Funding Act of 1790

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The United States Funding Act of 1790, the full title of which is "An Act making provision for the [payment of the] Debt of the United States", was passed on August 4, 1790 by the United States Congress as part of the Compromise of 1790, to address the issue of funding (i.e., debt service, repayment and retirement) of the domestic debt incurred by the Colonies; the States in rebellion; in independence; in Confederation, and subsequently the States' comprising and within, a single, sovereign, Federal Union. By the Act the newly-inaugurated federal government under the US Constitution assumed (and thereby retired), the debts of each of the individual Colonies' in rebellion and the bonded debts of the States in Confederation — debts that each state had individually and independently issued, on its own "full faith and credit", when each of them were in effect, an independent nation.

The United States government then (through its also newly created Department of the Treasury), issued U.S. Treasury Securities (backed by the "full faith and credit" of the United States of America) offering these securities to the bondholders of the former States' and Confederation's bonded debts, at par. That is, at 100% of their face value (full assumption); and at rates of interest (and all other terms) that were as specified on the bonds when they were issued by the states and Confederation. When this was done, it resulted in the "full assumption" of state debts by the federal government through the issue of federal securities. And for the states of the new union, the full and complete retirement of their bonded obligations incurred in the Revolution, and the Confederation.

Background[edit]

With the formation of the new government in 1789 and under the recently adopted US Constitution, the settlement of the Revolutionary War debt was a matter of prime importance. As a result, the first House of Representatives directed the first secretary of the treasury, Alexander Hamilton, during the presidential administration of George Washington, to draw up a plan for the support of public credit. Consequently, the First Report on the Public Credit was issued on January 9, 1790, which became the foundation for subsequent action taken by Congress for funding and paying the public debt. The Funding Act of 1790 that followed was concerned primarily with funding the domestic debt held by the states.[1]

Content[edit]

The Funding Act authorized the federal government to receive certificates of state war-incurred debts and to issue federal securities in exchange. It essentially proposed “a loan to the full amount of the said domestic debt.”[2] The terms of the loan were that two-thirds of the principal of the debt subscribed should draw an interest of 6% per annum, from January 1, 1791, and the remaining one-third of the principal to receive interest at the same rate (6%) from 1801, with interest “payable quarter yearly”.[2] The debt consisting of arrears of interest should bear an interest of 3% from January 1, 1791.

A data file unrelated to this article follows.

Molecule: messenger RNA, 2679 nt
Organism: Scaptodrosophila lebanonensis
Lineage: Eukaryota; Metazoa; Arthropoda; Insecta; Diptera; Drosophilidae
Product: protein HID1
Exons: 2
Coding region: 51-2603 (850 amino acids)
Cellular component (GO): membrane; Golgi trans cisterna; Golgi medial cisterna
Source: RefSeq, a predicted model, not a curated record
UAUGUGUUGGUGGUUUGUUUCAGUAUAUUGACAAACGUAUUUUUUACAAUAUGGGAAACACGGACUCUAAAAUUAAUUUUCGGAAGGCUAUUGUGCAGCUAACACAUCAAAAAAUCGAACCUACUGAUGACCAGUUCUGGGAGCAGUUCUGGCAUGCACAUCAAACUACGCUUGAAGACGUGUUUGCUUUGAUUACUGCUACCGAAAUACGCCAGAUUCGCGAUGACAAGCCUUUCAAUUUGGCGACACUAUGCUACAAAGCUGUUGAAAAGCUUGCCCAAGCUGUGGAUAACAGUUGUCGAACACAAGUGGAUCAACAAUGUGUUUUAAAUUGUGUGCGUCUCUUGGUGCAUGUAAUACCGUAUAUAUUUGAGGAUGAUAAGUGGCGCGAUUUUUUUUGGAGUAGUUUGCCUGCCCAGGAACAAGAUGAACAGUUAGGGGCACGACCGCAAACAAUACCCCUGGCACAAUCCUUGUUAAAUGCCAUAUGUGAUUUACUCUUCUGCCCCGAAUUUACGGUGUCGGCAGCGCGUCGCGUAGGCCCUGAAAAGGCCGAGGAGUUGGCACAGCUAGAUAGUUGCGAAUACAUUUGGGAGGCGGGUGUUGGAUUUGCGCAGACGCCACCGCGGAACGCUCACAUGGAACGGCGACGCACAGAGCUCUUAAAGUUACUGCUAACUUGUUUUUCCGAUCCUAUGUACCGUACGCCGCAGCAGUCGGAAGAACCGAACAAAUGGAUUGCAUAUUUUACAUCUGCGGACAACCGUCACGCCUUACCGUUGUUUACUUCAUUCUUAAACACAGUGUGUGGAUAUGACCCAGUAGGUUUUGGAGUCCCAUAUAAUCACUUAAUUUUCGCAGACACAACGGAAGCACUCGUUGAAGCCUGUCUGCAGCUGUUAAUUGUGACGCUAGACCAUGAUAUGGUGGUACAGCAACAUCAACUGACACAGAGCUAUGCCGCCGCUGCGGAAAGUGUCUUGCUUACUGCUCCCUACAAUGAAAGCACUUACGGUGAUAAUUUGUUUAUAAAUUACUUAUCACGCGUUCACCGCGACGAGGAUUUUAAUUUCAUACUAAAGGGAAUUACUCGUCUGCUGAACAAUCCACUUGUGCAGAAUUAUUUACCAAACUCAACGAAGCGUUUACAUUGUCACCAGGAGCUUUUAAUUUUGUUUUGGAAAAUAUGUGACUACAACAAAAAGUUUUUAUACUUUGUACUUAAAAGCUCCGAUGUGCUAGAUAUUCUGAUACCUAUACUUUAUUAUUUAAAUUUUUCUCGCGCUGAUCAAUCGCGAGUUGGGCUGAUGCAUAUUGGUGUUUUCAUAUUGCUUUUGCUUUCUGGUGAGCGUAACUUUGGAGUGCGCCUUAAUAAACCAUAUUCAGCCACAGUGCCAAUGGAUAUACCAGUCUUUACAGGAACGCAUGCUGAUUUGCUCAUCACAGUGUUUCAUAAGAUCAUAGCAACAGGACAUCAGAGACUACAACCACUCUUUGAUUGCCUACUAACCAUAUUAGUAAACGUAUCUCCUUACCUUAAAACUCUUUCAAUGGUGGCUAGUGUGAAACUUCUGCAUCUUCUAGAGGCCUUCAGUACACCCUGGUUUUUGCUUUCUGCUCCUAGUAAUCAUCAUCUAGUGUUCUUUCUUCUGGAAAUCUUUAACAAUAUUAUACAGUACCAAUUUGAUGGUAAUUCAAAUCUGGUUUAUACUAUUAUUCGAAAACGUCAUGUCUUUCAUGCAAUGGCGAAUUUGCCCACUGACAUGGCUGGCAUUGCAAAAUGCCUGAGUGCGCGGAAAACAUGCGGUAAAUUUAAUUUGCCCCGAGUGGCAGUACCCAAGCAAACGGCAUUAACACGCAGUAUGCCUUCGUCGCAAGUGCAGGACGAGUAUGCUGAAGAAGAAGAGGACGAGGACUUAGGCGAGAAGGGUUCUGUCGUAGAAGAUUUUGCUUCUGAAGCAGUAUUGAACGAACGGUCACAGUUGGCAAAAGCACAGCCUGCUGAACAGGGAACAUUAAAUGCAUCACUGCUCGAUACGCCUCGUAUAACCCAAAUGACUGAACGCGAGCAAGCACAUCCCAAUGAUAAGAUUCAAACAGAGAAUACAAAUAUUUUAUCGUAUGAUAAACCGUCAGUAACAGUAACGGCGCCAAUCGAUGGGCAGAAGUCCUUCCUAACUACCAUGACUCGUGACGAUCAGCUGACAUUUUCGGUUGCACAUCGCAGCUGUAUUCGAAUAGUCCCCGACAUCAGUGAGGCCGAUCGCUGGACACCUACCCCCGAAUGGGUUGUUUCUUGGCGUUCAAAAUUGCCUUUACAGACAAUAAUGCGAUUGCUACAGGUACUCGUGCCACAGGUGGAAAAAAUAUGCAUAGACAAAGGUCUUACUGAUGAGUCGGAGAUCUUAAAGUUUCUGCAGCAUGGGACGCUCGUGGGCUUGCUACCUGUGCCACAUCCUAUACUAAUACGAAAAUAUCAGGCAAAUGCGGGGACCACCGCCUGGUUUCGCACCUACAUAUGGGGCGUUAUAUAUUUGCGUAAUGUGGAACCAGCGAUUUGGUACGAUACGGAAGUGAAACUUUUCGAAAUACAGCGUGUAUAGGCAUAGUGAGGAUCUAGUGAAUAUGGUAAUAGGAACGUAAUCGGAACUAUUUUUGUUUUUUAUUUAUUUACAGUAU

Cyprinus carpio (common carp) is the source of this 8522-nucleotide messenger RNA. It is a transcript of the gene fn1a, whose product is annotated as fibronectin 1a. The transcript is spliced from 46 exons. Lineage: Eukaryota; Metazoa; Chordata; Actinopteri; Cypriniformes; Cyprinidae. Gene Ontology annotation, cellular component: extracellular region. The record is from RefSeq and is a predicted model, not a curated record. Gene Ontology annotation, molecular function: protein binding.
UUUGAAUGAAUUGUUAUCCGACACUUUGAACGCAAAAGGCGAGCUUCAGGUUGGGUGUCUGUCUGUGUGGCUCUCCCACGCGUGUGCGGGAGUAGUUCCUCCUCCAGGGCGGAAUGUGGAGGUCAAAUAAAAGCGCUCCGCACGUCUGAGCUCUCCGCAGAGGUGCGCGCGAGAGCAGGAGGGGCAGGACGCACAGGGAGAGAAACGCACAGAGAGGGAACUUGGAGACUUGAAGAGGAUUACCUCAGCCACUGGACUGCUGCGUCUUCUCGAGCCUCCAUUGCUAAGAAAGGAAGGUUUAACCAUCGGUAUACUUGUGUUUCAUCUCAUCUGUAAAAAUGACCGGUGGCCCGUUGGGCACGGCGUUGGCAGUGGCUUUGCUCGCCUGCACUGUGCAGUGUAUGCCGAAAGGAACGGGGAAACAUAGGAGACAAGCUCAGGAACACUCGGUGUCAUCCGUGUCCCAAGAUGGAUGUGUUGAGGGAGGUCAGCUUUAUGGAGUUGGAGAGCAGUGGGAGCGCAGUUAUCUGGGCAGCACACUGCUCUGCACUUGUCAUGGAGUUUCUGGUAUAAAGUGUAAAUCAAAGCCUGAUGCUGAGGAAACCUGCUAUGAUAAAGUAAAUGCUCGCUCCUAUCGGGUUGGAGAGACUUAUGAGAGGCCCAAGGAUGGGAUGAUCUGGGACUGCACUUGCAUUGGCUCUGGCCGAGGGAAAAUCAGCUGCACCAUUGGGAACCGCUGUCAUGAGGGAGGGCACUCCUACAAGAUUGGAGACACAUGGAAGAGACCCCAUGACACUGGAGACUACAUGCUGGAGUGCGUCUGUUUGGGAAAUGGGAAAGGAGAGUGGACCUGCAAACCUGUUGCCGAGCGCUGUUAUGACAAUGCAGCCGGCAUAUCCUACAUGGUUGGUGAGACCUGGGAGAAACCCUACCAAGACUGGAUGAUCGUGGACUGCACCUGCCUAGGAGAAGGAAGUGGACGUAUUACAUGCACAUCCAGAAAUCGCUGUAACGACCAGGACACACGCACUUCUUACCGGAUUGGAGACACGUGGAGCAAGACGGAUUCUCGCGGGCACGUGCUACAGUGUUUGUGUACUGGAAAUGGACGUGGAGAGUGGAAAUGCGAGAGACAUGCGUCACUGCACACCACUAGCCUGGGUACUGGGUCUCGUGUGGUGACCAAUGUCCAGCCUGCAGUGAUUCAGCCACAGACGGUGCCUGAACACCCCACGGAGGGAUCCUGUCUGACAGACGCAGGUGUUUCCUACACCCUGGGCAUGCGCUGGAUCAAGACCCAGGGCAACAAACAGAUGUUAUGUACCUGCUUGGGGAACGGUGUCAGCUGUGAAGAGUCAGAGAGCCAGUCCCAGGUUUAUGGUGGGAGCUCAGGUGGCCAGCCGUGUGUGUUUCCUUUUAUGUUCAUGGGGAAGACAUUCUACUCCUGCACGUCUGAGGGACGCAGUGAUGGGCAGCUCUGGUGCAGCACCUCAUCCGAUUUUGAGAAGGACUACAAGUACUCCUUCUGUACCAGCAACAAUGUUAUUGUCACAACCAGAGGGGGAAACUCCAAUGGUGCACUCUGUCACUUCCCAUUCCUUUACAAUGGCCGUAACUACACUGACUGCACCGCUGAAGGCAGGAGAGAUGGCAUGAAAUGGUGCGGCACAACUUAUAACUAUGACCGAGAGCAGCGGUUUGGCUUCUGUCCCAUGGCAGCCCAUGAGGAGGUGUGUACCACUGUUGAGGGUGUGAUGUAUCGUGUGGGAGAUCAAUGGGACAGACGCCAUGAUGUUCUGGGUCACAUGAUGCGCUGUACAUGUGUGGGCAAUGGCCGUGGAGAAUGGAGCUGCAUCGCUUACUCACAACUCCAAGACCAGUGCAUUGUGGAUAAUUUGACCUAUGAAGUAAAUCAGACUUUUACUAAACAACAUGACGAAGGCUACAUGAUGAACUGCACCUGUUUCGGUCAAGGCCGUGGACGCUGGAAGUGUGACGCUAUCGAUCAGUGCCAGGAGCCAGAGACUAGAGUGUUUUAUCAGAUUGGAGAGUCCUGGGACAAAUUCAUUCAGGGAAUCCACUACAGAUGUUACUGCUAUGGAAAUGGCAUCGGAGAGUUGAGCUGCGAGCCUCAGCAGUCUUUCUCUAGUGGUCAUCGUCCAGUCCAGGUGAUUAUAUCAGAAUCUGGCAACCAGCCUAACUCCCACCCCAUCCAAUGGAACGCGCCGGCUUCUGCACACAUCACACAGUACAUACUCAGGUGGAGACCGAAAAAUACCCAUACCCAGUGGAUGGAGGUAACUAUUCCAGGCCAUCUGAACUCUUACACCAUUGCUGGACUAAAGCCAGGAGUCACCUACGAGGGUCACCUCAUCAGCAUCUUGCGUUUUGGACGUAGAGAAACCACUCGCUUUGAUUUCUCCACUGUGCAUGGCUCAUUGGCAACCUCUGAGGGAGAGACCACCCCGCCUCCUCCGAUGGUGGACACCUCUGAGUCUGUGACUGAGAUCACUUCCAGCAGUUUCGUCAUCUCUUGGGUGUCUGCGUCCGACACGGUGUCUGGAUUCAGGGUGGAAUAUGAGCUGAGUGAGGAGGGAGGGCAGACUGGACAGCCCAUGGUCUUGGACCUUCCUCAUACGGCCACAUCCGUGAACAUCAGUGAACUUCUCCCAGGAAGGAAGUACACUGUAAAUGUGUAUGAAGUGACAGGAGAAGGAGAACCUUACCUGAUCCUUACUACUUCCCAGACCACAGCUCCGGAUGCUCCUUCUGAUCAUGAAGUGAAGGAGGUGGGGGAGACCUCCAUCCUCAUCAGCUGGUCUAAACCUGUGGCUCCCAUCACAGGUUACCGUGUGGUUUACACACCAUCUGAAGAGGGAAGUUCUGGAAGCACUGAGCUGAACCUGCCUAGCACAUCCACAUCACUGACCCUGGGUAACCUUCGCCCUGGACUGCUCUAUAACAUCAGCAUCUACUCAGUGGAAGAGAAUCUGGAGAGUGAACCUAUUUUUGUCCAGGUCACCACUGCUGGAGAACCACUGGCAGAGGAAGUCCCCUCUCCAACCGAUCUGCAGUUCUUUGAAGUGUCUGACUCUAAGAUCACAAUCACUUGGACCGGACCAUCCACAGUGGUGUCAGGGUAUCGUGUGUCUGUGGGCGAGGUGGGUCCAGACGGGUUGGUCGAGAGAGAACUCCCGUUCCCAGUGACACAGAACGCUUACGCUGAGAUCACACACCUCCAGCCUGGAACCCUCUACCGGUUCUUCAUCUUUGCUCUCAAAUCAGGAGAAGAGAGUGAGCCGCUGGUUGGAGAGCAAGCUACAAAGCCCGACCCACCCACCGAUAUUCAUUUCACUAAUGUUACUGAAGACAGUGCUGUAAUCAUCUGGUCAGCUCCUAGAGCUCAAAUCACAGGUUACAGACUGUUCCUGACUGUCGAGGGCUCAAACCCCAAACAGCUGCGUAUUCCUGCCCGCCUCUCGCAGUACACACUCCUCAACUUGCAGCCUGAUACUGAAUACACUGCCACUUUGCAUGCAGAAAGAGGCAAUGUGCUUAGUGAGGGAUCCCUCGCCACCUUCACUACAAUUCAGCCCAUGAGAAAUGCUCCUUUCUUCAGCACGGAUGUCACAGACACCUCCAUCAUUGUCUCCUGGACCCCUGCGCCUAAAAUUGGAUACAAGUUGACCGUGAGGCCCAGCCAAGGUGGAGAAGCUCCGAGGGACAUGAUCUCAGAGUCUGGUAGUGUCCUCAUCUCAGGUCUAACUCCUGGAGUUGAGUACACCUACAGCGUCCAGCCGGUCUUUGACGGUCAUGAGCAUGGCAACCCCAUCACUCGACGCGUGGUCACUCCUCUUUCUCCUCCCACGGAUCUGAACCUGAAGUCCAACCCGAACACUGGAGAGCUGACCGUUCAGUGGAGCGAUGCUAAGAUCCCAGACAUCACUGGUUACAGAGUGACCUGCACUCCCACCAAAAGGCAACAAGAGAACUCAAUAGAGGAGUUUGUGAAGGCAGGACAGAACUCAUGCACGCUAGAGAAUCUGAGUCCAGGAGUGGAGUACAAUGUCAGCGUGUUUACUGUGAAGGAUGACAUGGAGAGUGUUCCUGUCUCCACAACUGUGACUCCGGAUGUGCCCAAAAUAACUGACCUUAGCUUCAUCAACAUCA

By this Act, Congress authorized the assumption of a total of $21.5 million of state debts[3] as follows:[2]

  • New Hampshire - $300,000
  • Massachusetts - $4,000,000
  • Rhode Island and Providence Plantations - $200,000
  • Connecticut - $1,600,000
  • New York - $1,200,000
  • New Jersey - $800,000
  • Pennsylvania - $2,200,000
  • Delaware - $200,000
  • Maryland - $800,000
  • Virginia - $3,500,000
  • North Carolina - $2,400,000
  • South Carolina - $4,000,000
  • Georgia - $300,000

Not all the state quotas were filled, so the total assumed was only $18.3 million.[3] Furthermore, although the Act was limited to one year, it was later extended till the entire debt was subscribed and funded according to the law.[4]

This sum was also to be loaned to the United States with the terms such that each subscriber was to be entitled to a certificate equivalent of 4/9ths of the sum subscribed, bearing interest at 6% per annum, another certificate equal to 3/9ths of the sum subscribed bearing interest at 3% with both commencing January 1, 1792, and a third certificate of the remaining 2/9ths of the sum bearing 6% interest starting from the year 1800.[4]

The Act also provided for the funding of securities issued by the Confederation into new federal issues. State governments had acquired nearly $9 million of the $27.5 million of Confederation debt outstanding in 1789. The law provided that for every $90 worth of principal turned in, there should be issued $60 worth of 6% stock and $30 of deferred that would bear interest after 1801. Arrears of interest were funded into 3% stock.